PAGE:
While familiar nutrients like vitamin C and fiber play a very important role in cranberry’s health benefits, it’s the amazing array of phytonutrients in cranberries that has gotten the special attention of health researchers. There are at least 5 key categories of health-supportive phytonutrients in cranberries, as summarized in the following chart:
Type of Phytonutrient Specific Molecules
- Phenolic Acids hydroxybenzoic acids including vanillic acids; hydroxycinnamic acids inculding caffeic, coumaric, cinnamic, and ferulic acids
- Proanthocyanidins epicatechins
- Anthocyanins cyanidins, malvidins, and peonidins
- Flavonoids quercetin, myricetin, kaempferol
- Triterpenoids ursolic acid
The vast majority of phytonutrients presented in this chart have been studied for their antioxidant, anti-inflammatory, and anti-cancer properties, and in many cases the results have been impressive. Equally important in the cranberry research has been the finding that isolated phytonutrients in cranberry do not account for the same degree of health benefit as phytonutrients taken as a complete, synergistic group. What this research finding means is simple: it’s the whole cranberry that supports our health best.
When speaking in general terms about the health benefits of cranberries, it is also important to know that the most commonly consumed form of this food is juice processed from the berries and typically produced by adding generous amounts of sugar. This form of cranberry cannot provide you with cranberry’s full phytonutrient benefits. The cranberry “presscake”—or what is left behind in terms of skins and flesh after the juice has been processed out—typically contains the bulk of the phytonutrients when evaluated in lab studies.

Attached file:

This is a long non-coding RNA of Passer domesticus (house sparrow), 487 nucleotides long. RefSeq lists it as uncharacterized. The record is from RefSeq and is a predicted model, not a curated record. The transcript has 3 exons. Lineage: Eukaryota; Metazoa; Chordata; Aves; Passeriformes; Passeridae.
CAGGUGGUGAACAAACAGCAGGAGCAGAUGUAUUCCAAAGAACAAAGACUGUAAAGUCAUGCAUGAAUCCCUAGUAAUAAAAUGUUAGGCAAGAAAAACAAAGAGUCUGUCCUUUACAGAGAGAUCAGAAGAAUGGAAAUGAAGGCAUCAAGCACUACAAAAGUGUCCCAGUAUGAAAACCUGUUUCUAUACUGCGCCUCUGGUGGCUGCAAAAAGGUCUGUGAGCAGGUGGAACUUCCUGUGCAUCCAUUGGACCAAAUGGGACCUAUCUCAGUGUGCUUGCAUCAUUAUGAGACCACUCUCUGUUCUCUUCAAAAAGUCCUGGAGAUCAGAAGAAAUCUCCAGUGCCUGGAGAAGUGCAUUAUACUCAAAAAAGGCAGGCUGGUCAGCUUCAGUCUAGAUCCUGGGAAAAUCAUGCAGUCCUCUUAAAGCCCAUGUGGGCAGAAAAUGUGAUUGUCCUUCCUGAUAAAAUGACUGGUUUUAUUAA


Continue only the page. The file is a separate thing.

Protection against Urinary Tract Infection (UTI)
Long before researchers started investigating from the standpoint of science, cranberry has been used to help prevent and treat urinary tract infections (UTIs). While the acidity of cranberries was at one time an important target of research, we now know that cranberry’s ability to provide UTI benefits is not primarily related to its acidity, but rather to its proanthocyanidin (PAC) content. The PACs in cranberry have a special structure (called A-type linkages) that makes it more difficult for certain types of bacteria to latch on to our urinary tract linings. Include in these types of bacteria are pathogenic (infection-causing) strains of E. coli—one of the most common microorganisms involved in UTIs. By making it more difficult for unwanted bacteria like E. coli to cling onto the urinary tract linings, cranberry’s PACs help prevent the expansion of bacterial populations that can result in outright infection. The age group in which researchers are least sure about this process involves children—it’s just not clear when cranberry’s health benefits fully extend to this age group.